3.) Benert asserts that in "A Clean, Well-Lighted Place", "characterization is even more important than imagery." How does she defend her claim? What examples does she provide? Are you persuaded by the way she supports her point of view?

Contrary to Benert's argument, it appears that the characterizations go hand-in-hand with the imagery. The old man, especially, is melded into his environment, sitting with the circle of the light as he wishes, with some shadows from leaves to hide and protect him to a certain extent. When he is made to leave, stripped of his shield, though he walks "with dignity" in the gloom, his gait is still unsteady, and being very old, is a pathetic parting image. The young waiter, anxious to get home to wife and bed, is quite willing to brave the dark to seek his darkened bedroom, though there are police or soldiers patrolling the streets. The older waiter is almost inextricably tied to the light, over which he has dominion in the cafe. When he says his "nada" prayers" after closing the cafe, he suddenly finds himself in a brightly-lit bar, smiling away, with no description of his journey--- it is almost as if he has materialized there the instant he turned off the cafe lights.

In the previous questions, the roles of the three major protagonists have been described. While the old man IS presented as more or less a starting point for the great existential debate between the two waiters, he is also the one with the most biography in the piece--- he has had eighty years of life, with all its good and bad, and, whether he ends it himself or just passes away, it will surely be soon. Thus, everything he has been through, which is well-known to the elder waiter (perhaps, before he went deaf, the old man was one of those drunks who tells their life stories to bartenders and waiters) becomes grist for the conversation, as "the way things are."

By not giving the characters names, and simply referring to them in the objective sense as "the old man", the "older waiter" and the "younger waiter", Hemingway takes the opportunity to make plays on the word "waiter", as Benert points out. The younger waiter is the ironic "hurried waiter", brash, unimaginative, and impatient, eager to get on with his life. The older is the "unhurried waiter", who could wait all night for another lost soul to enter the cafe, or to simply sit there in the light itself until daybreak, because he has nothing else to wait for. He is the one who has taken the time to learn about the old man, and probably other patrons AND the younger waiter, while the younger waiter hasn't taken much time, until now, to learn about him. Not that the younger waiter is, at this time in his life, capable of understanding much, until more of life's inevitable, inexhorable, and inexplicable disappointments and tragedies touch him.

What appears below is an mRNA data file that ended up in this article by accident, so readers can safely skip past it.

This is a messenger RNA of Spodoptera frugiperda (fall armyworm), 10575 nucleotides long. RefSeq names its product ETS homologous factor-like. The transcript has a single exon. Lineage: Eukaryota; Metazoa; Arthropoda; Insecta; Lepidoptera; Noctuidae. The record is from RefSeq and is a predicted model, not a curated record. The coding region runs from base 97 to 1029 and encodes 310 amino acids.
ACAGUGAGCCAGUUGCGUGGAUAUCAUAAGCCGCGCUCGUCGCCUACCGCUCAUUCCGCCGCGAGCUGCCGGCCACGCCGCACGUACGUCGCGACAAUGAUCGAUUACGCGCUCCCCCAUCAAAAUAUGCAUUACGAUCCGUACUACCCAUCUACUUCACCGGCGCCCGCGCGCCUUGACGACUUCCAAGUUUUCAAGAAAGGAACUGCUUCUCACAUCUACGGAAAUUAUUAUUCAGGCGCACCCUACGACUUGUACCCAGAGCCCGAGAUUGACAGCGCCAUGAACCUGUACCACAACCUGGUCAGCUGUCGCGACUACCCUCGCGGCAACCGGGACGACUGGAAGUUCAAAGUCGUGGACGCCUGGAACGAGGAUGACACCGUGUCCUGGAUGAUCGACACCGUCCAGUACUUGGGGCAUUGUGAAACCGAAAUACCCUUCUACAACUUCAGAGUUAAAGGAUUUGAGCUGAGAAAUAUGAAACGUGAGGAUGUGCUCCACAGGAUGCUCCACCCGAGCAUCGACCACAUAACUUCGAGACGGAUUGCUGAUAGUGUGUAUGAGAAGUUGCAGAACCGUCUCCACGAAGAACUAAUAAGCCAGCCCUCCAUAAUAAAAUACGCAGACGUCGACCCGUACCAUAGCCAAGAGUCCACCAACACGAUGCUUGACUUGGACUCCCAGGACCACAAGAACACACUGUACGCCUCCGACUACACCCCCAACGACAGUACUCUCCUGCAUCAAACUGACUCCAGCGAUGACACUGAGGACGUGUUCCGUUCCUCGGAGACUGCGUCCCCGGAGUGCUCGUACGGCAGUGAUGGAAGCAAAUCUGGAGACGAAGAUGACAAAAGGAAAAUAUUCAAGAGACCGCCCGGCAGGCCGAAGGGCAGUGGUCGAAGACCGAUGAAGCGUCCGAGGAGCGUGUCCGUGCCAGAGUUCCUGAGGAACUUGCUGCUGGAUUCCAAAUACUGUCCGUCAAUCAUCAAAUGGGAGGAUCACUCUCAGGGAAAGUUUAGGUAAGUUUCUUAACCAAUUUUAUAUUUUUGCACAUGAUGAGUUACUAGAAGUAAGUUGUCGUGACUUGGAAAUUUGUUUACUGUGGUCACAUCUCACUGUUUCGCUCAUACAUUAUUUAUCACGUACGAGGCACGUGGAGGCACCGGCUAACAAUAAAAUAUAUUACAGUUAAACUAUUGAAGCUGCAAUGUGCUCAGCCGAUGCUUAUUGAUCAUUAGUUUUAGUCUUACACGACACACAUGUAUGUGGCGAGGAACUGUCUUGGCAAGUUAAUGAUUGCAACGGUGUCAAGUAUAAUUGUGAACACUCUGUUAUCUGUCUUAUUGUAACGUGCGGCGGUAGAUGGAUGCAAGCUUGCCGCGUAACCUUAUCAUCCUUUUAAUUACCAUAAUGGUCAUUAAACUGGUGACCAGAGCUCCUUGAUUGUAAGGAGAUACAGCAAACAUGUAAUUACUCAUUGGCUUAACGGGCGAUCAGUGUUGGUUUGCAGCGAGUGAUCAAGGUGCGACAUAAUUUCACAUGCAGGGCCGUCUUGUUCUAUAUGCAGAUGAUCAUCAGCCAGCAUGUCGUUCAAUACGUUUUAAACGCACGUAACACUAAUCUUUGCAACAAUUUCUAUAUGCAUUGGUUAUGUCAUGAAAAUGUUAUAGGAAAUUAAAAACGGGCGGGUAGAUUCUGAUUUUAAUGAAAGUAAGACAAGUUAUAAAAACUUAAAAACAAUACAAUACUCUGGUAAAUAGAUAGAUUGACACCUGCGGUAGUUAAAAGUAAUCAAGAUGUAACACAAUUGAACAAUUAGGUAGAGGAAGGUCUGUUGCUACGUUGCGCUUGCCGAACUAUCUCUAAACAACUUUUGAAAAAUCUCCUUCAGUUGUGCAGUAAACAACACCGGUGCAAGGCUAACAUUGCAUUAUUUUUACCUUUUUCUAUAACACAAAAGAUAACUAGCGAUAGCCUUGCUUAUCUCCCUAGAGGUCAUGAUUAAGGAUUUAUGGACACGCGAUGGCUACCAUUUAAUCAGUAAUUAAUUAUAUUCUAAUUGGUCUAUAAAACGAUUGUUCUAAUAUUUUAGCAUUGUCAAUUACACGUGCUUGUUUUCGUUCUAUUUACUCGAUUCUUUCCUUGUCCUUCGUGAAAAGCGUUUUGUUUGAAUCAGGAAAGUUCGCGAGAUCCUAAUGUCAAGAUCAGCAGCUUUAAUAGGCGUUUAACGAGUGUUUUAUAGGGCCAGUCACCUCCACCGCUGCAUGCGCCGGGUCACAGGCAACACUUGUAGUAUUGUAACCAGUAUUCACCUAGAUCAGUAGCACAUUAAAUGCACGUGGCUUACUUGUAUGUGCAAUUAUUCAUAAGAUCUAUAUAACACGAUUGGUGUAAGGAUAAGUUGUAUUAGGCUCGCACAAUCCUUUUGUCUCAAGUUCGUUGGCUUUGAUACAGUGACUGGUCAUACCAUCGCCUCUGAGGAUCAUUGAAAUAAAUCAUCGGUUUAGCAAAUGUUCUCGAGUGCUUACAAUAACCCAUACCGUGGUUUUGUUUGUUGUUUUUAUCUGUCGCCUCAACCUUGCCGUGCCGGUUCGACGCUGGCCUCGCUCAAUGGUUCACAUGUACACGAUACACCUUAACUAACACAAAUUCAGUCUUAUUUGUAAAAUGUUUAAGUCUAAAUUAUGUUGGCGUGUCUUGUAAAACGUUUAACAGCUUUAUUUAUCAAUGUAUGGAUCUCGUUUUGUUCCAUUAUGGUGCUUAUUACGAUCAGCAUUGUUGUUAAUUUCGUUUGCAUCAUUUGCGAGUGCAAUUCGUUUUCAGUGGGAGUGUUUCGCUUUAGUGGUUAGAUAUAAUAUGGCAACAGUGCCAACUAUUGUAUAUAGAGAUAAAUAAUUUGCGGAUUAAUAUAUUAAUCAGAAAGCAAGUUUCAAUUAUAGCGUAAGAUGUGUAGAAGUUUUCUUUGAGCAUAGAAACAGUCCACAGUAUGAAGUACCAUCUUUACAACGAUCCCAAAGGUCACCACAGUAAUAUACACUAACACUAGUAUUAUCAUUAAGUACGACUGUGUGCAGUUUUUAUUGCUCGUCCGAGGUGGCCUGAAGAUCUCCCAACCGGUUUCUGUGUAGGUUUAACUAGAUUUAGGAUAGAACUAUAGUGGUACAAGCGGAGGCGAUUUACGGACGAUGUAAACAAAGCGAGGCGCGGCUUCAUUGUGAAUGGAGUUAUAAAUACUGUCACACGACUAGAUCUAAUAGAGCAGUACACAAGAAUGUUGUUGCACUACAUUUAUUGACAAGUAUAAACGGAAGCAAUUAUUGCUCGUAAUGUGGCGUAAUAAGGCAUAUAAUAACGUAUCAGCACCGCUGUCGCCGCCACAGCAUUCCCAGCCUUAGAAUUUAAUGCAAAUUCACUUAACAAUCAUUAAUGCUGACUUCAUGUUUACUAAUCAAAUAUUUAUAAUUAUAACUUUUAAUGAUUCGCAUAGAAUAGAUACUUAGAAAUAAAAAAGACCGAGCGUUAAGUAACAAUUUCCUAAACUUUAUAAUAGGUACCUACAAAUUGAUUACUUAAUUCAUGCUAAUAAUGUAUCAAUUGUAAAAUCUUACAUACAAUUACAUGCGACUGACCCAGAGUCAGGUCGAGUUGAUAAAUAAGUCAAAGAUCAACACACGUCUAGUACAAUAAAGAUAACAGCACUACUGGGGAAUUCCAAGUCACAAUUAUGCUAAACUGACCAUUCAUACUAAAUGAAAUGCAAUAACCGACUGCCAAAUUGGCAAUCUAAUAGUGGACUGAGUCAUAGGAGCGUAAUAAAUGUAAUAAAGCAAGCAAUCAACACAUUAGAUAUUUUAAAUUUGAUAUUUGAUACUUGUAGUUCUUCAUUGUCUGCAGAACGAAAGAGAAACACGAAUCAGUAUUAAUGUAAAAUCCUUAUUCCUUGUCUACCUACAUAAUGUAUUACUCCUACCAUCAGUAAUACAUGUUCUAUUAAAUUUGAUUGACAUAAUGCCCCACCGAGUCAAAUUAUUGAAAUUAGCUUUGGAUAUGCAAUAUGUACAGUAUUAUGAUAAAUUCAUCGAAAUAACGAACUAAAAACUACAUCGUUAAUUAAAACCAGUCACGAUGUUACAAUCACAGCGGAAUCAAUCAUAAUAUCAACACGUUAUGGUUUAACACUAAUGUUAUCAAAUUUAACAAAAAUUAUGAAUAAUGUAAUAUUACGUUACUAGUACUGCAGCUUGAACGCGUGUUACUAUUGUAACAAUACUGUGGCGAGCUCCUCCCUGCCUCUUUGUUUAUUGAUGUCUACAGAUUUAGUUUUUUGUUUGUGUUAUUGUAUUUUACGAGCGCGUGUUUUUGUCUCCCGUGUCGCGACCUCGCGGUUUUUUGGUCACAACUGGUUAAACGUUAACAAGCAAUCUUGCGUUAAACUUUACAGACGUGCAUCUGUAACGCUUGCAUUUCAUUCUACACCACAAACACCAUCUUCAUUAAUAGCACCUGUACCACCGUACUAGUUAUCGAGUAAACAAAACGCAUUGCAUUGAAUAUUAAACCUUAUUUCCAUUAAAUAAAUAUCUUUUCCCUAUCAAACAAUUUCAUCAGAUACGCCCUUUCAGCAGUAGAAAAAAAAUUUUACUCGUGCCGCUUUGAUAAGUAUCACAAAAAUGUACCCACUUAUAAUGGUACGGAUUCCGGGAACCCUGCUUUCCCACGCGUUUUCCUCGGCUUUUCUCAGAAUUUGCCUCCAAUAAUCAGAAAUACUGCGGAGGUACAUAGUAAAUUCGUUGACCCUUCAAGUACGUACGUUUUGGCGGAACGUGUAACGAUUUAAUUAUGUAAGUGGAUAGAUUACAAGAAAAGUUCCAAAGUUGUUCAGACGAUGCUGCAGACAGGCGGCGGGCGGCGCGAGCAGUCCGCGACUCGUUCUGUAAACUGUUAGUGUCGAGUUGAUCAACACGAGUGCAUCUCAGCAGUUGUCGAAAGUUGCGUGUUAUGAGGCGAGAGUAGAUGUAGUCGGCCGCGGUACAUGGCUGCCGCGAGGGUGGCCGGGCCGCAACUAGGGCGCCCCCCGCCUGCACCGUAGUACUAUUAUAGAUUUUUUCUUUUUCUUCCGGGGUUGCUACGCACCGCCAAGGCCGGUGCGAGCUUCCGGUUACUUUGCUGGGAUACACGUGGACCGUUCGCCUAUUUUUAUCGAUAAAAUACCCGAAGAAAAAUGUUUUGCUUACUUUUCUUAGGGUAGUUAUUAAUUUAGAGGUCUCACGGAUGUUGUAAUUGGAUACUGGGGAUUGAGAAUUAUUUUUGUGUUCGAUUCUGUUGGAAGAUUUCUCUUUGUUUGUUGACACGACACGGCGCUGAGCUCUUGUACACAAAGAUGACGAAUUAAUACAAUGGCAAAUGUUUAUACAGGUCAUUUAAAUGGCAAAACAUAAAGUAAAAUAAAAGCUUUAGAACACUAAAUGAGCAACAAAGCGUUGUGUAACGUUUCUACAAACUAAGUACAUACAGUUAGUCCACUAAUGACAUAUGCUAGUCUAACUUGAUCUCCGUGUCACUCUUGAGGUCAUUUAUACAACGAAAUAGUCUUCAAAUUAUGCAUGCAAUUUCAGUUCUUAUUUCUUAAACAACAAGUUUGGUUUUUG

Bernert cites other analyses of this story to shore up her own analysis, especially in the peculiar tendency of Hemingway's to leave long stretches of dialogue untagged, that is, unascribed to either of the speakers, thus creating ambiguities in who means what, a notable quirk in an author who slaved so over his writing, thus it must have been intentional. She provides examples of the older waiter's double-edged statements which indicate that, though he is understanding and patient to a fault, he still has human moments of sarcasm, but with good intentions of bringing up points that the younger waiter is just too dense to catch on.

In a couple of the examples Bernert cites, when Older waiter tells Younger waiter that the old man attempted suicide, Younger waiter asks why, and older waiter attempts to explain it was some nameless despair, in spite of the fact that the old man has money. Yet, just a short time later, Younger waiter asks a similar question, and gets an exasperated "How should I know" from Older waiter. Later, when Younger waiter tells Older waiter he has no fear of the night because he has confidence, Older waiter says that the other has "Everything--- Youth, confidence, and a job", all of which, like the younger man's relationship with his wife, could be swept away some day. (All of which may have happened to Older waiter at some point.)

Benert considers the Older waiter to be different than the old man, because he is determined to survive and fight the good fight against "nada", without seeking oblivion in drink or suicide. Still, given that the older waiter was probably middle-aged, perhaps late 40's or early 50's (while the younger waiter is apparently in his 20's), another 30 years would have to pass before one came to the conclusion that the older waiter would NEVER pursue those options, once the enchantment of light (or, as I made humorous allusion to, the electric bill), cleanliness, and quiet were also seen as high-maintenance, illusory shields against nothingness, and he continued to refuse to seek distraction in human relationships and pastimes.

Moreover, if this was real life, one suspects his resolve might fade, when his eccentric obsessions about these qualities alienate others and overwhelm his positive characteristics of "awareness, sesnisitivity, human soldarity, ritual (verbal and physical) humor, and courage."